Reporting from Kabul, Afghanistan — A new U.S. commander, Gen. John Allen, formally took control of the war in Afghanistan on Monday, inheriting a nearly decade-long conflict that has cost the lives of at least 1,667 American troops.
Allen succeeds Gen. David H. Petraeus, who is leaving to head the CIA. Petraeus had been in command for only a year, hastily taking the helm after President Obama fired Gen. Stanley McChrystal after Rolling Stone magazine reported intemperate comments by his staff about the administration's civilian leadership.
Petraeus' tenure coincided with the arrival of a "surge" of U.S. troops, and the military said the extra manpower yielded battlefield dividends, particularly in Afghanistan's restive south. But senior commanders have described these gains as fragile and reversible, and some military officials have voiced fears that the American drawdown that began earlier this month will leave remaining troops particularly vulnerable.
Moreover, the danger level has steadily increased for Afghan civilians. The United Nations reported last week that noncombatant deaths jumped by 15% in the first half of the year. Insurgents were blamed for four-fifths of those fatalities, but many Afghans lay the responsibility for the growing danger of daily life at the doorstep of foreign troops.
Allen also takes command at a time when NATO allies are seeking to scale back their presence. Afghan troops are taking security control this month of seven cities or areas, a process that began this week with the formal transfer of responsibility in Bamiyan, one of Afghanistan's safest provinces.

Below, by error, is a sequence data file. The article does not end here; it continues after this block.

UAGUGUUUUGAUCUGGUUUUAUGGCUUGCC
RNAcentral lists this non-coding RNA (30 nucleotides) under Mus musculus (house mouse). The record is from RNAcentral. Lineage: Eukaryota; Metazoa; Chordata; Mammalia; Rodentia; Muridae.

Many Afghans, though, are increasingly nervous about their safety, particularly after a brazen attack in the Afghan capital on Sunday night killed a senior aide to President Hamid Karzai. In the past week, the Afghan leader had sustained another blow -- the assassination of his half-brother, Ahmed Wali Karzai, the main power broker in Afghanistan's south.
At a handover ceremony at the heavily fortified headquarters of the NATO force, Allen vowed to "maintain the momentum" of the Afghan battle. However, he takes control at a time when many lawmakers are looking for ways to curtail the U.S. presence in Afghanistan.
This year, the Taliban movement's traditional spring offensive has resulted in almost no head-to-head battles between U.S. troops and the insurgents. However, levels of troop deaths remain high, mainly due to increasingly powerful and sophisticated improvised explosive devices, or IEDs, employed by the Taliban and other groups. These weapons take a heavy civilian toll as well.
An IED blast in the east killed three members of the NATO force on Monday, Western military officials said, without disclosing the nationalities of those slain. The bulk of the troops serving in the east are Americans.